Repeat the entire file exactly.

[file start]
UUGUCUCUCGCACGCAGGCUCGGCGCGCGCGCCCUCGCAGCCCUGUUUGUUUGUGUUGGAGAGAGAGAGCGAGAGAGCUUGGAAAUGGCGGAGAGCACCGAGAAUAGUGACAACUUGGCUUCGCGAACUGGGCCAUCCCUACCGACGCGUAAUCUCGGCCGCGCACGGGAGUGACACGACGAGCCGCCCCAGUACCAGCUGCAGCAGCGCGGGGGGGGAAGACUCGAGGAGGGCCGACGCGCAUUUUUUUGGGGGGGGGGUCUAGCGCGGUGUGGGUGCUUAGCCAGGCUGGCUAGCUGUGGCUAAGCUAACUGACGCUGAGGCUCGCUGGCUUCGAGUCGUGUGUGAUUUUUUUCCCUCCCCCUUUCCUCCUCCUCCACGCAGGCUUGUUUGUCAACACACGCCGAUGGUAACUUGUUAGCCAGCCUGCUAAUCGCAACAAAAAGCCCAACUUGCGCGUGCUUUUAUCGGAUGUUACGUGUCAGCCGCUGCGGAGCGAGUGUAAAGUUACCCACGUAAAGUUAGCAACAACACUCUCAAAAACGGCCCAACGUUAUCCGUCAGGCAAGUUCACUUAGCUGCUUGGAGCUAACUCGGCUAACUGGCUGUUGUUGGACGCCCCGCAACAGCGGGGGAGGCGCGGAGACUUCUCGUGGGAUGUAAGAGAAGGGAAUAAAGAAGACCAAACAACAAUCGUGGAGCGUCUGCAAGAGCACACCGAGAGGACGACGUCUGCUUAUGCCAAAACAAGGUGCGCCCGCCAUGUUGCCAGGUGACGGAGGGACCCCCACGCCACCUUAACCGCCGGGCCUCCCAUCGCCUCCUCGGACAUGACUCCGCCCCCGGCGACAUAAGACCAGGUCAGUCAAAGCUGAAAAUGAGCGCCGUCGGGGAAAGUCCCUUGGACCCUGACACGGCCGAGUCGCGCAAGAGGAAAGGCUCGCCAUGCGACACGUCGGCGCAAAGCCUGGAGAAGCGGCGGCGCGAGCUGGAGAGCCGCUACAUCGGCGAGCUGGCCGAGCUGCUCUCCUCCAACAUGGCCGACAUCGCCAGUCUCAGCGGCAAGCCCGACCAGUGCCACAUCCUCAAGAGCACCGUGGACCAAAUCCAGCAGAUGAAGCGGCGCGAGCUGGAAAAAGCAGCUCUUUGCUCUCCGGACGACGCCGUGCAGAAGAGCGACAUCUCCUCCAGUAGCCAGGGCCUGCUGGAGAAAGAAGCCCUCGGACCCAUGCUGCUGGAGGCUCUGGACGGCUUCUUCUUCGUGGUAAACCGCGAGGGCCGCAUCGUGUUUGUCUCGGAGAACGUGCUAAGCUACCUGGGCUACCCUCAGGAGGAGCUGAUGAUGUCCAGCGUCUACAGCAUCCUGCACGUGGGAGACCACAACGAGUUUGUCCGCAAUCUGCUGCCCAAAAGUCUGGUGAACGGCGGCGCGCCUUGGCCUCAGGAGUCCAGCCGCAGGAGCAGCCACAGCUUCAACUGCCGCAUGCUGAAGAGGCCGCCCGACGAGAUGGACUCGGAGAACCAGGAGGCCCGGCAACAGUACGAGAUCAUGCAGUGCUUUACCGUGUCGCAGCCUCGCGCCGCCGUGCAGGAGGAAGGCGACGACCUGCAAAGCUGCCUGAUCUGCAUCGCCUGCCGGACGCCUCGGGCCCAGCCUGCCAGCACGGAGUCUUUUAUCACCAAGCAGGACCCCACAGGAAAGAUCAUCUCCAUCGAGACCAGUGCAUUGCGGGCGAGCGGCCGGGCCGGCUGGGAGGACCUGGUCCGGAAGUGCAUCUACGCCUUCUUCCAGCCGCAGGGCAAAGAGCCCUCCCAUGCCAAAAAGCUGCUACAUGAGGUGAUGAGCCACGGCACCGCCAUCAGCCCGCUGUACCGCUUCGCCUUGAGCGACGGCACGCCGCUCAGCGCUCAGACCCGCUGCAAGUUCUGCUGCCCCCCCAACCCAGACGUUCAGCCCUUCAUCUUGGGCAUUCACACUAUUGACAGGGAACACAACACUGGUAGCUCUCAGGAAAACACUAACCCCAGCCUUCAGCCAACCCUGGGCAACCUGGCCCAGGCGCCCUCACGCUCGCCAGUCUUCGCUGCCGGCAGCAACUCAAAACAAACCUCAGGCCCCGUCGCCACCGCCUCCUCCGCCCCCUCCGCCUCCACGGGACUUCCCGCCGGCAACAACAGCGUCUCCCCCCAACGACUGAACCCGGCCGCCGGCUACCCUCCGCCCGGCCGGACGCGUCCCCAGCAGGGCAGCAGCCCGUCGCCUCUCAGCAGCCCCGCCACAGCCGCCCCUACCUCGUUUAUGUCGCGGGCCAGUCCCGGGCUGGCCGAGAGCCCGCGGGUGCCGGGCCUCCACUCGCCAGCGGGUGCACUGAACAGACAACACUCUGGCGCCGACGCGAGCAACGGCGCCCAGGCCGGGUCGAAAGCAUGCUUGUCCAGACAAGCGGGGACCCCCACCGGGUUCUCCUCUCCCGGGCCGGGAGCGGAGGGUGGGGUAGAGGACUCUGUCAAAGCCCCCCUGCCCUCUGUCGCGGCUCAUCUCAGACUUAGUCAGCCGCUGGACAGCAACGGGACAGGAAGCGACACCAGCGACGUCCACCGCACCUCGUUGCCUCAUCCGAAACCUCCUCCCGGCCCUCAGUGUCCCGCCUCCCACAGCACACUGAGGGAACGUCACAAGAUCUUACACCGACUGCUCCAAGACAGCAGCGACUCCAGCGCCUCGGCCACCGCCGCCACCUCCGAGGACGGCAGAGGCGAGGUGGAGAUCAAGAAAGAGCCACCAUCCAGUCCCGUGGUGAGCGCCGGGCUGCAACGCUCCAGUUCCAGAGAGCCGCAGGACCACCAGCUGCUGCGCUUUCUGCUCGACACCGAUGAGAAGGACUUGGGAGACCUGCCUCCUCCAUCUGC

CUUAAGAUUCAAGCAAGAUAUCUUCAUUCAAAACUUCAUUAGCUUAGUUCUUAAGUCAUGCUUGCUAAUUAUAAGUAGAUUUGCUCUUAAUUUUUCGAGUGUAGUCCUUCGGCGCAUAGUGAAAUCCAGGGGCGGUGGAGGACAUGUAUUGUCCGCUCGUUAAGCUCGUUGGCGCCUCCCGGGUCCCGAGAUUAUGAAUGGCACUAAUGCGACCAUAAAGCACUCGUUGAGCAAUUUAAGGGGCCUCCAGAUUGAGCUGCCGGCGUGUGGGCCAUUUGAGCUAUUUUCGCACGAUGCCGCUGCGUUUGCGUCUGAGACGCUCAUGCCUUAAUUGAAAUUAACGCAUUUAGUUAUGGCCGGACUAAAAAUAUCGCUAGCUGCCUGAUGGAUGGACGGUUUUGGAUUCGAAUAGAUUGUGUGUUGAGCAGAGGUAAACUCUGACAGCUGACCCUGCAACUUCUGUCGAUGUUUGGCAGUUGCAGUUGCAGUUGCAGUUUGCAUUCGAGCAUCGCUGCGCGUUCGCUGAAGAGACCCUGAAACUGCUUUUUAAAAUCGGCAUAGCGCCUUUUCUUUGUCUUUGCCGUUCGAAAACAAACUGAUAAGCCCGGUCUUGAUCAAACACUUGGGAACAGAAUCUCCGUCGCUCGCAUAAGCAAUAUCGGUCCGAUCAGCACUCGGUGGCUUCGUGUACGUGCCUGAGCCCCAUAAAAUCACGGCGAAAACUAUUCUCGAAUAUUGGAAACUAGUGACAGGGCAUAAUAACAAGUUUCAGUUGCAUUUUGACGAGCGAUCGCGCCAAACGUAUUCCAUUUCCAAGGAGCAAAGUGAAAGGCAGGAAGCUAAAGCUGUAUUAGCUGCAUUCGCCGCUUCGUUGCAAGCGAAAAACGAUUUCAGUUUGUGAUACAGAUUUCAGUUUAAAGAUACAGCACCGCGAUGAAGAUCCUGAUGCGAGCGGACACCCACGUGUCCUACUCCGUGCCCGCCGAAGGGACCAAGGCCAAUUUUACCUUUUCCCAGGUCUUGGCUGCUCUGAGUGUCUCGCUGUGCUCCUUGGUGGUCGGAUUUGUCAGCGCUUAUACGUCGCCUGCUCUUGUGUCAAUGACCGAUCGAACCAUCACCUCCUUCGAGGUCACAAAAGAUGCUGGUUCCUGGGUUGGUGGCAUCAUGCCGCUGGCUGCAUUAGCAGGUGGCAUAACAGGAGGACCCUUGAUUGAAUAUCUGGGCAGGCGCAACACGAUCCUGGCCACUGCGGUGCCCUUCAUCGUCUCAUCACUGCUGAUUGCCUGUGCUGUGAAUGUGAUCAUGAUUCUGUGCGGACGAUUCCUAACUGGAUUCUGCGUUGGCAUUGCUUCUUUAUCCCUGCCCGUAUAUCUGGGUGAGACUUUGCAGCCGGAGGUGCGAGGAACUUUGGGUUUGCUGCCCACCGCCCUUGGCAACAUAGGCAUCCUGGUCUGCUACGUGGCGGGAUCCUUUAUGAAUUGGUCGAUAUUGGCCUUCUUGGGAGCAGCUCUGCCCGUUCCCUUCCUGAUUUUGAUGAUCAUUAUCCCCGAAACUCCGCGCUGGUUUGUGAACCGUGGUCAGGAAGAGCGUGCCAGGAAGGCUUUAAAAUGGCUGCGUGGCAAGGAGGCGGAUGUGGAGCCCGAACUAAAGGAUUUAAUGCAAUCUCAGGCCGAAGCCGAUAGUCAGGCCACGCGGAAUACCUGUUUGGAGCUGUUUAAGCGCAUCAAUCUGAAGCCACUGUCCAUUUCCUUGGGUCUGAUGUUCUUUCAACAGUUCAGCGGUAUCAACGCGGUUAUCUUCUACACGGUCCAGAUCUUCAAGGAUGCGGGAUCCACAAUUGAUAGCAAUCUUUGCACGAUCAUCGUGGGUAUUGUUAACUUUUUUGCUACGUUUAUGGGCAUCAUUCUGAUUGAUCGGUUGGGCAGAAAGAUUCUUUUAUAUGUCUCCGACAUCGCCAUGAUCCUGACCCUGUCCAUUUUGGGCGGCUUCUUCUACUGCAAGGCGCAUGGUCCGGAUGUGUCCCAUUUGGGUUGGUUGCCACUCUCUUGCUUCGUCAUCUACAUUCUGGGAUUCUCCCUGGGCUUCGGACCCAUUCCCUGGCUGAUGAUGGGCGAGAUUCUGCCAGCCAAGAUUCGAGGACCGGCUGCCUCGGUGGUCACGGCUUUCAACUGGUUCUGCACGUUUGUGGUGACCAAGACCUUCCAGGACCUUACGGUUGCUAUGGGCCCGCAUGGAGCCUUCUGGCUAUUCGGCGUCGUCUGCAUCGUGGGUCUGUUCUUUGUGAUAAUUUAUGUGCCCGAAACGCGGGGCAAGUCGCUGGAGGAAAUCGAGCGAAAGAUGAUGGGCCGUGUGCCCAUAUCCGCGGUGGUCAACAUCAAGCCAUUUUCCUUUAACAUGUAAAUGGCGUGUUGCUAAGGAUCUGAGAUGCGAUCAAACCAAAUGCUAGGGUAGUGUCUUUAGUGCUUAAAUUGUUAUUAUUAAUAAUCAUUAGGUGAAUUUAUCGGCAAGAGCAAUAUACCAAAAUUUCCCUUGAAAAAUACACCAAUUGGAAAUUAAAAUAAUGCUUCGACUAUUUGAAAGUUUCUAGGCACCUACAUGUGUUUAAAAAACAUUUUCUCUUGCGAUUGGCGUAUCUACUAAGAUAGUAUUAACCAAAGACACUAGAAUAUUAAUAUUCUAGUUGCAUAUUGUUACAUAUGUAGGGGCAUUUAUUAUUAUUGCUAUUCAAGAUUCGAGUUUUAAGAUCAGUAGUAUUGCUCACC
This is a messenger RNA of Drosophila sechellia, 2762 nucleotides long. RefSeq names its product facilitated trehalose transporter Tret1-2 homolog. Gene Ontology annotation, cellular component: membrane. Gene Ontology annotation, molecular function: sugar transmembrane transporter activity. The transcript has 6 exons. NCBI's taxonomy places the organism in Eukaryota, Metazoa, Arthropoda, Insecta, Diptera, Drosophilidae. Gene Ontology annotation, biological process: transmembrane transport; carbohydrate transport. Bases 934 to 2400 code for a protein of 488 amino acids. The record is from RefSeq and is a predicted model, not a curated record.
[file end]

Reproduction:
UUGUCUCUCGCACGCAGGCUCGGCGCGCGCGCCCUCGCAGCCCUGUUUGUUUGUGUUGGAGAGAGAGAGCGAGAGAGCUUGGAAAUGGCGGAGAGCACCGAGAAUAGUGACAACUUGGCUUCGCGAACUGGGCCAUCCCUACCGACGCGUAAUCUCGGCCGCGCACGGGAGUGACACGACGAGCCGCCCCAGUACCAGCUGCAGCAGCGCGGGGGGGGAAGACUCGAGGAGGGCCGACGCGCAUUUUUUUGGGGGGGGGGUCUAGCGCGGUGUGGGUGCUUAGCCAGGCUGGCUAGCUGUGGCUAAGCUAACUGACGCUGAGGCUCGCUGGCUUCGAGUCGUGUGUGAUUUUUUUCCCUCCCCCUUUCCUCCUCCUCCACGCAGGCUUGUUUGUCAACACACGCCGAUGGUAACUUGUUAGCCAGCCUGCUAAUCGCAACAAAAAGCCCAACUUGCGCGUGCUUUUAUCGGAUGUUACGUGUCAGCCGCUGCGGAGCGAGUGUAAAGUUACCCACGUAAAGUUAGCAACAACACUCUCAAAAACGGCCCAACGUUAUCCGUCAGGCAAGUUCACUUAGCUGCUUGGAGCUAACUCGGCUAACUGGCUGUUGUUGGACGCCCCGCAACAGCGGGGGAGGCGCGGAGACUUCUCGUGGGAUGUAAGAGAAGGGAAUAAAGAAGACCAAACAACAAUCGUGGAGCGUCUGCAAGAGCACACCGAGAGGACGACGUCUGCUUAUGCCAAAACAAGGUGCGCCCGCCAUGUUGCCAGGUGACGGAGGGACCCCCACGCCACCUUAACCGCCGGGCCUCCCAUCGCCUCCUCGGACAUGACUCCGCCCCCGGCGACAUAAGACCAGGUCAGUCAAAGCUGAAAAUGAGCGCCGUCGGGGAAAGUCCCUUGGACCCUGACACGGCCGAGUCGCGCAAGAGGAAAGGCUCGCCAUGCGACACGUCGGCGCAAAGCCUGGAGAAGCGGCGGCGCGAGCUGGAGAGCCGCUACAUCGGCGAGCUGGCCGAGCUGCUCUCCUCCAACAUGGCCGACAUCGCCAGUCUCAGCGGCAAGCCCGACCAGUGCCACAUCCUCAAGAGCACCGUGGACCAAAUCCAGCAGAUGAAGCGGCGCGAGCUGGAAAAAGCAGCUCUUUGCUCUCCGGACGACGCCGUGCAGAAGAGCGACAUCUCCUCCAGUAGCCAGGGCCUGCUGGAGAAAGAAGCCCUCGGACCCAUGCUGCUGGAGGCUCUGGACGGCUUCUUCUUCGUGGUAAACCGCGAGGGCCGCAUCGUGUUUGUCUCGGAGAACGUGCUAAGCUACCUGGGCUACCCUCAGGAGGAGCUGAUGAUGUCCAGCGUCUACAGCAUCCUGCACGUGGGAGACCACAACGAGUUUGUCCGCAAUCUGCUGCCCAAAAGUCUGGUGAACGGCGGCGCGCCUUGGCCUCAGGAGUCCAGCCGCAGGAGCAGCCACAGCUUCAACUGCCGCAUGCUGAAGAGGCCGCCCGACGAGAUGGACUCGGAGAACCAGGAGGCCCGGCAACAGUACGAGAUCAUGCAGUGCUUUACCGUGUCGCAGCCUCGCGCCGCCGUGCAGGAGGAAGGCGACGACCUGCAAAGCUGCCUGAUCUGCAUCGCCUGCCGGACGCCUCGGGCCCAGCCUGCCAGCACGGAGUCUUUUAUCACCAAGCAGGACCCCACAGGAAAGAUCAUCUCCAUCGAGACCAGUGCAUUGCGGGCGAGCGGCCGGGCCGGCUGGGAGGACCUGGUCCGGAAGUGCAUCUACGCCUUCUUCCAGCCGCAGGGCAAAGAGCCCUCCCAUGCCAAAAAGCUGCUACAUGAGGUGAUGAGCCACGGCACCGCCAUCAGCCCGCUGUACCGCUUCGCCUUGAGCGACGGCACGCCGCUCAGCGCUCAGACCCGCUGCAAGUUCUGCUGCCCCCCCAACCCAGACGUUCAGCCCUUCAUCUUGGGCAUUCACACUAUUGACAGGGAACACAACACUGGUAGCUCUCAGGAAAACACUAACCCCAGCCUUCAGCCAACCCUGGGCAACCUGGCCCAGGCGCCCUCACGCUCGCCAGUCUUCGCUGCCGGCAGCAACUCAAAACAAACCUCAGGCCCCGUCGCCACCGCCUCCUCCGCCCCCUCCGCCUCCACGGGACUUCCCGCCGGCAACAACAGCGUCUCCCCCCAACGACUGAACCCGGCCGCCGGCUACCCUCCGCCCGGCCGGACGCGUCCCCAGCAGGGCAGCAGCCCGUCGCCUCUCAGCAGCCCCGCCACAGCCGCCCCUACCUCGUUUAUGUCGCGGGCCAGUCCCGGGCUGGCCGAGAGCCCGCGGGUGCCGGGCCUCCACUCGCCAGCGGGUGCACUGAACAGACAACACUCUGGCGCCGACGCGAGCAACGGCGCCCAGGCCGGGUCGAAAGCAUGCUUGUCCAGACAAGCGGGGACCCCCACCGGGUUCUCCUCUCCCGGGCCGGGAGCGGAGGGUGGGGUAGAGGACUCUGUCAAAGCCCCCCUGCCCUCUGUCGCGGCUCAUCUCAGACUUAGUCAGCCGCUGGACAGCAACGGGACAGGAAGCGACACCAGCGACGUCCACCGCACCUCGUUGCCUCAUCCGAAACCUCCUCCCGGCCCUCAGUGUCCCGCCUCCCACAGCACACUGAGGGAACGUCACAAGAUCUUACACCGACUGCUCCAAGACAGCAGCGACUCCAGCGCCUCGGCCACCGCCGCCACCUCCGAGGACGGCAGAGGCGAGGUGGAGAUCAAGAAAGAGCCACCAUCCAGUCCCGUGGUGAGCGCCGGGCUGCAACGCUCCAGUUCCAGAGAGCCGCAGGACCACCAGCUGCUGCGCUUUCUGCUCGACACCGAUGAGAAGGACUUGGGAGACCUGCCUCCUCCAUCUGC

CUUAAGAUUCAAGCAAGAUAUCUUCAUUCAAAACUUCAUUAGCUUAGUUCUUAAGUCAUGCUUGCUAAUUAUAAGUAGAUUUGCUCUUAAUUUUUCGAGUGUAGUCCUUCGGCGCAUAGUGAAAUCCAGGGGCGGUGGAGGACAUGUAUUGUCCGCUCGUUAAGCUCGUUGGCGCCUCCCGGGUCCCGAGAUUAUGAAUGGCACUAAUGCGACCAUAAAGCACUCGUUGAGCAAUUUAAGGGGCCUCCAGAUUGAGCUGCCGGCGUGUGGGCCAUUUGAGCUAUUUUCGCACGAUGCCGCUGCGUUUGCGUCUGAGACGCUCAUGCCUUAAUUGAAAUUAACGCAUUUAGUUAUGGCCGGACUAAAAAUAUCGCUAGCUGCCUGAUGGAUGGACGGUUUUGGAUUCGAAUAGAUUGUGUGUUGAGCAGAGGUAAACUCUGACAGCUGACCCUGCAACUUCUGUCGAUGUUUGGCAGUUGCAGUUGCAGUUGCAGUUUGCAUUCGAGCAUCGCUGCGCGUUCGCUGAAGAGACCCUGAAACUGCUUUUUAAAAUCGGCAUAGCGCCUUUUCUUUGUCUUUGCCGUUCGAAAACAAACUGAUAAGCCCGGUCUUGAUCAAACACUUGGGAACAGAAUCUCCGUCGCUCGCAUAAGCAAUAUCGGUCCGAUCAGCACUCGGUGGCUUCGUGUACGUGCCUGAGCCCCAUAAAAUCACGGCGAAAACUAUUCUCGAAUAUUGGAAACUAGUGACAGGGCAUAAUAACAAGUUUCAGUUGCAUUUUGACGAGCGAUCGCGCCAAACGUAUUCCAUUUCCAAGGAGCAAAGUGAAAGGCAGGAAGCUAAAGCUGUAUUAGCUGCAUUCGCCGCUUCGUUGCAAGCGAAAAACGAUUUCAGUUUGUGAUACAGAUUUCAGUUUAAAGAUACAGCACCGCGAUGAAGAUCCUGAUGCGAGCGGACACCCACGUGUCCUACUCCGUGCCCGCCGAAGGGACCAAGGCCAAUUUUACCUUUUCCCAGGUCUUGGCUGCUCUGAGUGUCUCGCUGUGCUCCUUGGUGGUCGGAUUUGUCAGCGCUUAUACGUCGCCUGCUCUUGUGUCAAUGACCGAUCGAACCAUCACCUCCUUCGAGGUCACAAAAGAUGCUGGUUCCUGGGUUGGUGGCAUCAUGCCGCUGGCUGCAUUAGCAGGUGGCAUAACAGGAGGACCCUUGAUUGAAUAUCUGGGCAGGCGCAACACGAUCCUGGCCACUGCGGUGCCCUUCAUCGUCUCAUCACUGCUGAUUGCCUGUGCUGUGAAUGUGAUCAUGAUUCUGUGCGGACGAUUCCUAACUGGAUUCUGCGUUGGCAUUGCUUCUUUAUCCCUGCCCGUAUAUCUGGGUGAGACUUUGCAGCCGGAGGUGCGAGGAACUUUGGGUUUGCUGCCCACCGCCCUUGGCAACAUAGGCAUCCUGGUCUGCUACGUGGCGGGAUCCUUUAUGAAUUGGUCGAUAUUGGCCUUCUUGGGAGCAGCUCUGCCCGUUCCCUUCCUGAUUUUGAUGAUCAUUAUCCCCGAAACUCCGCGCUGGUUUGUGAACCGUGGUCAGGAAGAGCGUGCCAGGAAGGCUUUAAAAUGGCUGCGUGGCAAGGAGGCGGAUGUGGAGCCCGAACUAAAGGAUUUAAUGCAAUCUCAGGCCGAAGCCGAUAGUCAGGCCACGCGGAAUACCUGUUUGGAGCUGUUUAAGCGCAUCAAUCUGAAGCCACUGUCCAUUUCCUUGGGUCUGAUGUUCUUUCAACAGUUCAGCGGUAUCAACGCGGUUAUCUUCUACACGGUCCAGAUCUUCAAGGAUGCGGGAUCCACAAUUGAUAGCAAUCUUUGCACGAUCAUCGUGGGUAUUGUUAACUUUUUUGCUACGUUUAUGGGCAUCAUUCUGAUUGAUCGGUUGGGCAGAAAGAUUCUUUUAUAUGUCUCCGACAUCGCCAUGAUCCUGACCCUGUCCAUUUUGGGCGGCUUCUUCUACUGCAAGGCGCAUGGUCCGGAUGUGUCCCAUUUGGGUUGGUUGCCACUCUCUUGCUUCGUCAUCUACAUUCUGGGAUUCUCCCUGGGCUUCGGACCCAUUCCCUGGCUGAUGAUGGGCGAGAUUCUGCCAGCCAAGAUUCGAGGACCGGCUGCCUCGGUGGUCACGGCUUUCAACUGGUUCUGCACGUUUGUGGUGACCAAGACCUUCCAGGACCUUACGGUUGCUAUGGGCCCGCAUGGAGCCUUCUGGCUAUUCGGCGUCGUCUGCAUCGUGGGUCUGUUCUUUGUGAUAAUUUAUGUGCCCGAAACGCGGGGCAAGUCGCUGGAGGAAAUCGAGCGAAAGAUGAUGGGCCGUGUGCCCAUAUCCGCGGUGGUCAACAUCAAGCCAUUUUCCUUUAACAUGUAAAUGGCGUGUUGCUAAGGAUCUGAGAUGCGAUCAAACCAAAUGCUAGGGUAGUGUCUUUAGUGCUUAAAUUGUUAUUAUUAAUAAUCAUUAGGUGAAUUUAUCGGCAAGAGCAAUAUACCAAAAUUUCCCUUGAAAAAUACACCAAUUGGAAAUUAAAAUAAUGCUUCGACUAUUUGAAAGUUUCUAGGCACCUACAUGUGUUUAAAAAACAUUUUCUCUUGCGAUUGGCGUAUCUACUAAGAUAGUAUUAACCAAAGACACUAGAAUAUUAAUAUUCUAGUUGCAUAUUGUUACAUAUGUAGGGGCAUUUAUUAUUAUUGCUAUUCAAGAUUCGAGUUUUAAGAUCAGUAGUAUUGCUCACC
This is a messenger RNA of Drosophila sechellia, 2762 nucleotides long. RefSeq names its product facilitated trehalose transporter Tret1-2 homolog. Gene Ontology annotation, cellular component: membrane. Gene Ontology annotation, molecular function: sugar transmembrane transporter activity. The transcript has 6 exons. NCBI's taxonomy places the organism in Eukaryota, Metazoa, Arthropoda, Insecta, Diptera, Drosophilidae. Gene Ontology annotation, biological process: transmembrane transport; carbohydrate transport. Bases 934 to 2400 code for a protein of 488 amino acids. The record is from RefSeq and is a predicted model, not a curated record.